Just wanted to share a small thing I did with OpenCV - Head Pose Estimation (sometimes known as Gaze Direction Estimation). Many people try to achieve this and there are a ton of papers covering it, including a recent overview of almost all known methods.
I implemented a very quick & dirty solution based on OpenCV's internal methods that produced surprising results (I expected it to fail), so I decided to share. It is based on 3D-2D point correspondence and then fitting of the points to the 3D model. OpenCV provides a magical method - solvePnP - that does this, given some calibration parameters that I completely disregarded.
Here's how it's done
Continue reading "Quick and Easy Head Pose Estimation with OpenCV [w/ code]"
Been working hard at a project for school the past month, implementing one of the more interesting works I've seen in the AR arena: Parallel Tracking and Mapping (PTAM) [PDF]. This is a work by George Klein [homepage] and David Murray from Oxford university, presented in ISMAR 2007.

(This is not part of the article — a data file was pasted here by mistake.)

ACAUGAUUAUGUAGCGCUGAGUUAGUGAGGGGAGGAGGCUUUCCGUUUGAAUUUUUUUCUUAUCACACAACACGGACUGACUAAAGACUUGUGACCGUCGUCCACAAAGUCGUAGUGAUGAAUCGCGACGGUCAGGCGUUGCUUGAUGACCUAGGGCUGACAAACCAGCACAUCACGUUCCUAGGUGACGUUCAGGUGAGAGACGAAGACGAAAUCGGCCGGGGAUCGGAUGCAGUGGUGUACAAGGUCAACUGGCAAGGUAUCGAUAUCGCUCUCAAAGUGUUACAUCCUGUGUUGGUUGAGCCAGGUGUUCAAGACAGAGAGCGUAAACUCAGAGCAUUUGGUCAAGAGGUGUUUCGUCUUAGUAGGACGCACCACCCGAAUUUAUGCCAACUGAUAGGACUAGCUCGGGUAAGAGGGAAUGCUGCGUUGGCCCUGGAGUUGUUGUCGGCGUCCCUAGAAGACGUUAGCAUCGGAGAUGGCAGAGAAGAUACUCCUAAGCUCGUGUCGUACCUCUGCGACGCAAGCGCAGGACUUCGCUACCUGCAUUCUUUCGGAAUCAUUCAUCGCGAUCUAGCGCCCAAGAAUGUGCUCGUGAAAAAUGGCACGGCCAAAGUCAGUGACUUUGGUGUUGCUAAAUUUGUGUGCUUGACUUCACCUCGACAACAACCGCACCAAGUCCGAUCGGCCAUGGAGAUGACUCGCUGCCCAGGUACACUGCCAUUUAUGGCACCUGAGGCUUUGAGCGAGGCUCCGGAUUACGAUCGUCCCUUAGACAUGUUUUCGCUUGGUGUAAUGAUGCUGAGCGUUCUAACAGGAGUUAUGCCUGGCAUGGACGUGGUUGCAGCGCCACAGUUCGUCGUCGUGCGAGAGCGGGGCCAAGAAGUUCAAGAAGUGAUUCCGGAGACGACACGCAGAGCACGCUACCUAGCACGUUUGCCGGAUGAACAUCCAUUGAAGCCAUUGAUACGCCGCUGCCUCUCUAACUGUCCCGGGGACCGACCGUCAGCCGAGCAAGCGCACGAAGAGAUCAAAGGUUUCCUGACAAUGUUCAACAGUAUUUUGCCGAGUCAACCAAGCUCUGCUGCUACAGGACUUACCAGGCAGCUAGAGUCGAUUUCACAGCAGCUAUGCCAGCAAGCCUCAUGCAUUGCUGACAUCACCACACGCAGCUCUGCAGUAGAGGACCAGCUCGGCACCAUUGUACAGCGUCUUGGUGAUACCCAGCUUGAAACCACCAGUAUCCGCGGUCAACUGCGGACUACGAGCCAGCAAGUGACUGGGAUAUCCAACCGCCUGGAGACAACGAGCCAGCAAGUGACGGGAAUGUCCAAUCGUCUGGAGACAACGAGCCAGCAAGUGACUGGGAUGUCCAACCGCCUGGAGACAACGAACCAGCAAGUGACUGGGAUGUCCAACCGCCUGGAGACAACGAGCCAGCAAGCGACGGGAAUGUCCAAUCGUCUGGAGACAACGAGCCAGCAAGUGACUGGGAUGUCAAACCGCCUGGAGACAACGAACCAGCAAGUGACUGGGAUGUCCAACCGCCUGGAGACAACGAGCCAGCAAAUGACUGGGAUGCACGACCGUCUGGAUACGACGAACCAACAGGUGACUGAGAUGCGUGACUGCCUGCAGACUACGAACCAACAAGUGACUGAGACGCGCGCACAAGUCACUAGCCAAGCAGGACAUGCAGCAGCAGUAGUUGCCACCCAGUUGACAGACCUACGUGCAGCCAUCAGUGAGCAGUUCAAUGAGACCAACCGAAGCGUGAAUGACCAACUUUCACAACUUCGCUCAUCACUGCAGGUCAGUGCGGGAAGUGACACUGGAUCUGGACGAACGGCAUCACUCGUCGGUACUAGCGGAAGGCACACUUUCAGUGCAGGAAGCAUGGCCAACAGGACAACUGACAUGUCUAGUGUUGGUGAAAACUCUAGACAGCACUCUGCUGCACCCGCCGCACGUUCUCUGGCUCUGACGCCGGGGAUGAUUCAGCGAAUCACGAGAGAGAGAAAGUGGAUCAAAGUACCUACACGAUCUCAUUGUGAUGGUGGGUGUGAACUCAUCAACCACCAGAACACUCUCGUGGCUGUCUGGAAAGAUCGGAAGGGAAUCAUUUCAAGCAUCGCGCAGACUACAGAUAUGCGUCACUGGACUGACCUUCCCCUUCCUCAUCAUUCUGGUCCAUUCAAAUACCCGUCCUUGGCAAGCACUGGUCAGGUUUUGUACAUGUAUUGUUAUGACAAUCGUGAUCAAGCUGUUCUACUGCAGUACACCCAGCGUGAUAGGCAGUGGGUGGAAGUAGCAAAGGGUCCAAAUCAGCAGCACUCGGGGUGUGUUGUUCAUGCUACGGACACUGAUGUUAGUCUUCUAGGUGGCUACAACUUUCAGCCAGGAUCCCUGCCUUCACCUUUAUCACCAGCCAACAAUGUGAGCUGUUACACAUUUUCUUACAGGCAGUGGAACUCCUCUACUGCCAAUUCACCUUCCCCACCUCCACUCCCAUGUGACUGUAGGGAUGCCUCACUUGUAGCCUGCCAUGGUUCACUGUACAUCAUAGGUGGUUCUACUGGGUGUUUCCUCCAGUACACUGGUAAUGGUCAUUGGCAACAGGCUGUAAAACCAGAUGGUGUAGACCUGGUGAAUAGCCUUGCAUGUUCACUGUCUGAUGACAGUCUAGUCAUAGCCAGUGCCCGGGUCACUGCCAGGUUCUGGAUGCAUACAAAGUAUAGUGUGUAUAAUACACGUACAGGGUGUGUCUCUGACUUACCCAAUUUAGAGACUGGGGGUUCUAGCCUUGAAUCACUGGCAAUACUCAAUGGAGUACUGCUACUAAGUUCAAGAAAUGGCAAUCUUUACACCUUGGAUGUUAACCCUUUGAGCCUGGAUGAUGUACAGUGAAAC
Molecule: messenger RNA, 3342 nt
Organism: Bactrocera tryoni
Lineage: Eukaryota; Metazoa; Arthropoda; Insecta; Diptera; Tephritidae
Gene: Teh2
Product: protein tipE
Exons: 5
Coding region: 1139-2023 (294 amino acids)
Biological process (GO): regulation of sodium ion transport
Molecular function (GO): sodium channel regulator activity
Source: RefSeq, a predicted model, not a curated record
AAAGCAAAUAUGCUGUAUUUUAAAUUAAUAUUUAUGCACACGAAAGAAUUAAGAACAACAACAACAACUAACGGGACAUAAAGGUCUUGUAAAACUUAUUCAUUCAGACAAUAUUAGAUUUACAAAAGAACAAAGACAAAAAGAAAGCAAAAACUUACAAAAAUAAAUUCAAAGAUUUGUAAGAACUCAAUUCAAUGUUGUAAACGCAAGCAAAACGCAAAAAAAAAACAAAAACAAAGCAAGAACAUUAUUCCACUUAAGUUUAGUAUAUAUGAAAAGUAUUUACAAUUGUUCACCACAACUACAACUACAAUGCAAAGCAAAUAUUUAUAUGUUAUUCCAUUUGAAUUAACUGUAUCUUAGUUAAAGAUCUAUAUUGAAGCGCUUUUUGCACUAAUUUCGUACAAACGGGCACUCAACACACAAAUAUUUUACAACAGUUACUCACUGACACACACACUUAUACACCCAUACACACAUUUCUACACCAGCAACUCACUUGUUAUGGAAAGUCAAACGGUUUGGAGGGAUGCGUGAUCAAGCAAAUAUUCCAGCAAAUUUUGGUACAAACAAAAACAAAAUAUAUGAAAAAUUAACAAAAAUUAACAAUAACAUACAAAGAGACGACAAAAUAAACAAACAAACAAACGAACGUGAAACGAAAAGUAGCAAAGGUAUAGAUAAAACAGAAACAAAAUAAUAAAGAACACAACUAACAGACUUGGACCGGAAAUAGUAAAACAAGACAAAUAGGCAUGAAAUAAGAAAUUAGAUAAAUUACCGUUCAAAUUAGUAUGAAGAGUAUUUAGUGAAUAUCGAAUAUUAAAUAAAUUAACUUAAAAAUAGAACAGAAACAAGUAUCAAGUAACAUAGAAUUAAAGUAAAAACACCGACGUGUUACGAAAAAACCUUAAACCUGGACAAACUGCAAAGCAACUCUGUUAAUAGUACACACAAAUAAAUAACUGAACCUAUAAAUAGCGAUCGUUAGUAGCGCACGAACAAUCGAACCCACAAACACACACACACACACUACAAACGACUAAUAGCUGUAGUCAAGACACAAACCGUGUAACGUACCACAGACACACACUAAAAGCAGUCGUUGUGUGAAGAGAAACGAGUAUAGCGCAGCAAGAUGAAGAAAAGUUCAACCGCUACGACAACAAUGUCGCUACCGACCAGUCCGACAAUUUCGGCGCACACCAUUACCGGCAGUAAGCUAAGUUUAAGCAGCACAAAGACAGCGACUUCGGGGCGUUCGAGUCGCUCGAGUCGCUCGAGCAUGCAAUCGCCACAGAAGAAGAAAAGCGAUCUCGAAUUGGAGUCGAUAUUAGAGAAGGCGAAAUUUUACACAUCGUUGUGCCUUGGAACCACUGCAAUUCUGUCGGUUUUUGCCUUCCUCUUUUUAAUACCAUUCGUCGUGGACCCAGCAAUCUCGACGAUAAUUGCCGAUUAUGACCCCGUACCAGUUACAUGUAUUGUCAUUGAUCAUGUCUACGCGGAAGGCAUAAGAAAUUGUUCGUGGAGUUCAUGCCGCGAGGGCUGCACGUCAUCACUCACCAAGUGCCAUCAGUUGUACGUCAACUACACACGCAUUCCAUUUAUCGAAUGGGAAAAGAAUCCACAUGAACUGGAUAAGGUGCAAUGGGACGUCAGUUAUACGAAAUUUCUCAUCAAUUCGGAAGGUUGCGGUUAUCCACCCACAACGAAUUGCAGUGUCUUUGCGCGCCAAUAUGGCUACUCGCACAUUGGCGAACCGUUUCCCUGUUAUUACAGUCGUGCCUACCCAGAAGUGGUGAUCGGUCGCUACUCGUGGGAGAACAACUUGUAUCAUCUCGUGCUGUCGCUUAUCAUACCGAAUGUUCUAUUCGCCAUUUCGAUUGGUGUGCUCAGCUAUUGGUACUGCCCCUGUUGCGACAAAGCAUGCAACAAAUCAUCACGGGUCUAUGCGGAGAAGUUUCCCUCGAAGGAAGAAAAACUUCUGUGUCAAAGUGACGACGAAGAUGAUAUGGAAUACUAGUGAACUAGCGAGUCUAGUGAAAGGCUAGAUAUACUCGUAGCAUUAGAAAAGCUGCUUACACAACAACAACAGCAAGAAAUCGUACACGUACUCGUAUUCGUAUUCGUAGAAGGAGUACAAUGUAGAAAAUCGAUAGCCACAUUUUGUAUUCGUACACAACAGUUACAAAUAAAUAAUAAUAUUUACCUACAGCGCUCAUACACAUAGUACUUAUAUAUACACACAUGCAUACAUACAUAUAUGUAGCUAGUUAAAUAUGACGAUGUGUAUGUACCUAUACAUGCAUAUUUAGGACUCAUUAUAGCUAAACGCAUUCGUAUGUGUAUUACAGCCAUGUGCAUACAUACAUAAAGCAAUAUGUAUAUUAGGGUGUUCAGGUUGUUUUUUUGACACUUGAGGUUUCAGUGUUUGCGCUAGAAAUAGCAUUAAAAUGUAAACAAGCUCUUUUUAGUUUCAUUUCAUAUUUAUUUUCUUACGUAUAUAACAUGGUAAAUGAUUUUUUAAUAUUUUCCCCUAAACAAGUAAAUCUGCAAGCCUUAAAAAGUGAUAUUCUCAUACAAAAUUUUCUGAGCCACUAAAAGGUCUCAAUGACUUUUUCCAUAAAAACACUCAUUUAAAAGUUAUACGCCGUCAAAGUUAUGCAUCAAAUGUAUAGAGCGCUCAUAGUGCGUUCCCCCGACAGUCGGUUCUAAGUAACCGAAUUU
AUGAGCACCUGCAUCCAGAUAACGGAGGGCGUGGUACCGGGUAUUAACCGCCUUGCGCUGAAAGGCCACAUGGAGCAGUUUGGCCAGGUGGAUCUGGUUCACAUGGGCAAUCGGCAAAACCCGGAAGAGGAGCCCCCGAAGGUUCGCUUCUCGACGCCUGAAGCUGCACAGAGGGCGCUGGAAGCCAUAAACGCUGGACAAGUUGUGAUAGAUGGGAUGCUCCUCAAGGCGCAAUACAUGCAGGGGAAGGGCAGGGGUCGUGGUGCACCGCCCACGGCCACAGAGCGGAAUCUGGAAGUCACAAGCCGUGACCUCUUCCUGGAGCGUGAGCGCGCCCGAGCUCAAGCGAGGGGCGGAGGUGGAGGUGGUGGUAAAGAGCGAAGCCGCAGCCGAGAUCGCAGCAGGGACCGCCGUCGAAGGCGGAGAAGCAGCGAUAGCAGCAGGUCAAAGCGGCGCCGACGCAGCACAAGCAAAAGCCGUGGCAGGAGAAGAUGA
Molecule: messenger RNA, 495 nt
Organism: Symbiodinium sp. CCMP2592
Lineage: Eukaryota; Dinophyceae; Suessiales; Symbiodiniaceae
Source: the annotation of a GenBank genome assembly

When I first saw it on youtube [link] I immediately saw the immense potential - mobile markerless augmented reality. I thought I should get to know this work a bit more closely, so I chose to implement it as a part of advanced computer vision course, given by Dr. Lior Wolf [link] at TAU.
The work is very extensive, and clearly is a result of deep research in the field, so I set to achieve a few selected features: Stereo initialization, Tracking, and small map upkeeping. I chose not to implement relocalization and full map handling.
This post is kind of a tutorial for 3D reconstruction with OpenCV 2.0. I will show practical use of the functions in cvtriangulation.cpp, which are not documented and in fact incomplete. Furthermore I'll show how to easily combine OpenCV and OpenGL for 3D augmentations, a thing which is only briefly described in the docs or online.